US President Donald Trump warned Tuesday that “all options” are on the table after North Korea fired a ballistic missile over Japan — implying Washington has not ruled out a military strike.
The test launch by the isolated but defiant nuclear-armed nation was seen as a major escalation and triggered an angry response from Tokyo.
For its part, North Korea defended its right to take “tough counter-measures” in response to what it calls US aggression — despite repeated calls from Washington for it to come to the negotiating table.
“Threatening and destabilizing actions only increase the North Korean regime’s isolation in the region and among all nations of the world,” Trump said, in a statement released by the White House.
“All options are on the table.”
Trump said the world “has received North Korea’s latest message loud and clear: this regime has signaled its contempt for its neighbors, for all members of the United Nations, and for minimum standards of acceptable international behavior.”
This reiterates past warnings that Washington may resort to military action to resolve the ongoing crisis, including Trump’s apocalyptic threat of “fire and fury” after Pyongyang carried out two long-range ballistic missile tests last month.
Pyongyang in turn threatened to fire missiles into waters around the US island territory of Guam, to demonstrate its supposed ability to “engulf” the hub of US air power in Asia in fire.
Japan’s Prime Minister Shinzo Abe, visibly unsettled by the launch, said it was an “unprecedented, serious and grave threat”. The UN Security Council has called an emergency meeting at Tokyo and Washington’s request.
But North Korean ambassador Han Tae-Song, addressing the UN Conference on Disarmament in Geneva, said his country had the right to react to ongoing US-South Korean military exercises.
“Now that the US has openly declared its hostile intention towards DPR Korea by raising joint aggressive military exercises despite repeated warnings, Han said.
“My country has every reason to respond with tough counter-measures as an exercise of its rights to self-defense,” he warned.
Washington, Han declared, would be responsible for “the catastrophic consequences” that may result from heightened tensions on the Korean peninsula.
The North always condemns the annual Ulchi Freedom Guardian exercise and other joint drills as a rehearsal for invasion, while Seoul and Washington say they are purely defensive.
– Sirens blare in Japan –
Sirens blared out and text messages were fired off across northern Japan Tuesday warning people in the missile’s flight path to take cover.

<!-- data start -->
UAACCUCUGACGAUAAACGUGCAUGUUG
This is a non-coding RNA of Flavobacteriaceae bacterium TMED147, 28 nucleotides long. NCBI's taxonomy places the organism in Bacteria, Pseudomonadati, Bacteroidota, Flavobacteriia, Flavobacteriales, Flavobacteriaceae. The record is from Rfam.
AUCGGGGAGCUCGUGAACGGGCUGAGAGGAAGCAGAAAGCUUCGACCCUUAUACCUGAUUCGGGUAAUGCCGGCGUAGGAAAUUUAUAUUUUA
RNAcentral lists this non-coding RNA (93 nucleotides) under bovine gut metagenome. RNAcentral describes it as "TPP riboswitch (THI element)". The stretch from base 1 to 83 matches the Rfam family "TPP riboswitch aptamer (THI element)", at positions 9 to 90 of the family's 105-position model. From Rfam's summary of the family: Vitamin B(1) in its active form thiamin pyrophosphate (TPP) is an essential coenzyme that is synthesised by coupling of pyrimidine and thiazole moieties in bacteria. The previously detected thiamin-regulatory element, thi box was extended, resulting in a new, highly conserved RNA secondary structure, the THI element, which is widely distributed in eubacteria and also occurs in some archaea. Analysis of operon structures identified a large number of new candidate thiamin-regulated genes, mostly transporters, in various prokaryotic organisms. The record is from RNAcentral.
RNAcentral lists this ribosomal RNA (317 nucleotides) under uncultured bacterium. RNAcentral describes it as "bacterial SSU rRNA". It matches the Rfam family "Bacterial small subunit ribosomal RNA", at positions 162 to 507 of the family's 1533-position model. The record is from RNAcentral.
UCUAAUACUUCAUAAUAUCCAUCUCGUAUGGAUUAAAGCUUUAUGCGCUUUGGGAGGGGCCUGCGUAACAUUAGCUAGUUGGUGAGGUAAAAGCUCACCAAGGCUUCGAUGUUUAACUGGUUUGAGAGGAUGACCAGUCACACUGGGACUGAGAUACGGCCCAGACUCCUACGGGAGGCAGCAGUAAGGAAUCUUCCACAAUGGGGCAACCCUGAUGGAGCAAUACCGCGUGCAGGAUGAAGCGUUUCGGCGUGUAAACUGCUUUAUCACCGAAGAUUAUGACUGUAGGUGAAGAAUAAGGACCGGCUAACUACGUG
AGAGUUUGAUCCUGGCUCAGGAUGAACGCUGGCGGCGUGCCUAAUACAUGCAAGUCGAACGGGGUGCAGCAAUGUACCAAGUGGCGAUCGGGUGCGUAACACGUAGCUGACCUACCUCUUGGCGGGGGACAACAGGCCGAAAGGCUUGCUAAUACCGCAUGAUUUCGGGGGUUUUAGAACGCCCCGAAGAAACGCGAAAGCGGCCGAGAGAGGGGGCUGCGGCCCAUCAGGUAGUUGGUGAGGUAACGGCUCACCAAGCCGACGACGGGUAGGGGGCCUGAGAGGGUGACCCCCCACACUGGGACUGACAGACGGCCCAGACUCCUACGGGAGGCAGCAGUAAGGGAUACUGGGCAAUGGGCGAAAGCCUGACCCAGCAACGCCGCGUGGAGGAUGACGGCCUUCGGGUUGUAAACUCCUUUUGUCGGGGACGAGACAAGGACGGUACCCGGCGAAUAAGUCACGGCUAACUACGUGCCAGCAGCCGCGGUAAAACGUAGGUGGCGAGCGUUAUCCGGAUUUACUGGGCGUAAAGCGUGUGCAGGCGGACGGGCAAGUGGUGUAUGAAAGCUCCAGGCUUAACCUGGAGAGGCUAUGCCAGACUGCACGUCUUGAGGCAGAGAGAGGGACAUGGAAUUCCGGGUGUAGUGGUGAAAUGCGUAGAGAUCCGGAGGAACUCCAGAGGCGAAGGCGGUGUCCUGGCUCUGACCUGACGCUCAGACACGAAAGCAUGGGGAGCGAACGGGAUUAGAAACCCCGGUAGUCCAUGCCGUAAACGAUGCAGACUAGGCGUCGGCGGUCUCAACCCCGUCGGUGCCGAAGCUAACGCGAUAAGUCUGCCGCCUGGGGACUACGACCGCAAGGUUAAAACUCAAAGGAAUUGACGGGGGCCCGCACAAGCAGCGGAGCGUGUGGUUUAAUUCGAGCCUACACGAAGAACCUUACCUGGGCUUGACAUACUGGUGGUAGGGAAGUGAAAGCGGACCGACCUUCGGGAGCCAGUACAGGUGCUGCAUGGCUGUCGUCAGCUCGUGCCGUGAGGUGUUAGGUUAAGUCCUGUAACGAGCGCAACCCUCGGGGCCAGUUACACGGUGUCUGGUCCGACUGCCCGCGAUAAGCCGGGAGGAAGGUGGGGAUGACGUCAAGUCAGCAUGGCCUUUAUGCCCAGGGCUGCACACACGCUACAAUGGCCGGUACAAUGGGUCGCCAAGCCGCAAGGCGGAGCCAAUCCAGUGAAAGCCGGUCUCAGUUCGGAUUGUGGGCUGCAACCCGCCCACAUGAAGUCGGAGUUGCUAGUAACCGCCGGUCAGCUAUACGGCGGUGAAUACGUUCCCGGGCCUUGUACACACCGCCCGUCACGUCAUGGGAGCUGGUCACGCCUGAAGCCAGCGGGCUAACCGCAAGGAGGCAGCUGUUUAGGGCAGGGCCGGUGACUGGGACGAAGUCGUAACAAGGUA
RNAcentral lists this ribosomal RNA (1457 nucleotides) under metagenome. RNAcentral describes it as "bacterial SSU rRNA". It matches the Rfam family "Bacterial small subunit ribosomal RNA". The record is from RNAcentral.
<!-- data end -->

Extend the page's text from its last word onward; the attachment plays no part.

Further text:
Trains were delayed as passengers were urged to seek shelter inside stations.
“All lines are experiencing disruption,” said one sign on Sapporo’s metro system. “Reason: Ballistic missile launch.”
The last time a North Korean rocket overflew Japan was in 2009, when Pyongyang conducted what it said it was a satellite launch. Washington, Seoul and Tokyo said it was really an intercontinental ballistic missile test.
Pyongyang last month carried out two overt ICBM tests that appeared to bring much of the US mainland within reach for the first time — prompting Trump’s “fire and fury” response and North Korea’s threat to Guam.
South Korea said the latest missile was launched from Sunan near Pyongyang and flew around 2,700 kilometers (1,700 miles) at a maximum altitude of around 550 kilometers before landing in the sea. It was not aimed towards Guam.
– ‘Tipping point’ –
Abe called the overflight an “outrageous act” that “greatly damages regional peace and security”.
In a 40-minute telephone call with Trump, Abe said the two leaders agreed to “further strengthen pressure against North Korea.”
The White House added that they agreed that the launch “poses a grave and growing direct threat to the United States, Japan, and the Republic of Korea, as well as to countries around the world.”
The European Union denounced the launch as a “serious threat” to regional security and British Prime Minister Theresa May, due in Tokyo on Wednesday, said she was “outraged” by the “reckless provocation.”
But China, the North’s key ally and main trading partner, urged restraint, and said the US-South Korean military drills were partly to blame for tension.
Foreign ministry spokeswoman Hua Chunying said the situation had reached a “tipping point,” but warned that pressure and sanctions “cannot fundamentally solve the issue.”
She repeated Beijing’s call for the North to suspend missile tests in return for a halt to the military exercises.
Russia, which also has ties to Pyongyang, said it was “extremely worried” and criticized a “tendency towards escalation.”
– ‘Game of chicken’ –
Euan Graham, of the Lowy Institute in Australia, said a launch towards Guam would have been a “red line” for Washington and that Pyongyang had instead selected a “half-way-house option.”
“The North Koreans in a way are being quite clever, by asking a difficult question of a key ally in the western Pacific (Japan) but at the same time not ratcheting up tensions to the point where the United States would seriously consider military measures,” he told AFP.
After Pyongyang appeared to postpone the Guam scheme, Trump told a rally in Phoenix that Kim was “starting to respect us”.
As a result, according to Cha Du-Hyeogn of the Asan Institute for Policy Studies in Seoul: “It looked like North Korea backed off from a game of chicken.
“But Pyongyang is showing that is not how it is,” he said. “That it is not a chicken, it has not backed off and that Washington is the one who is bluffing with no concrete plan.”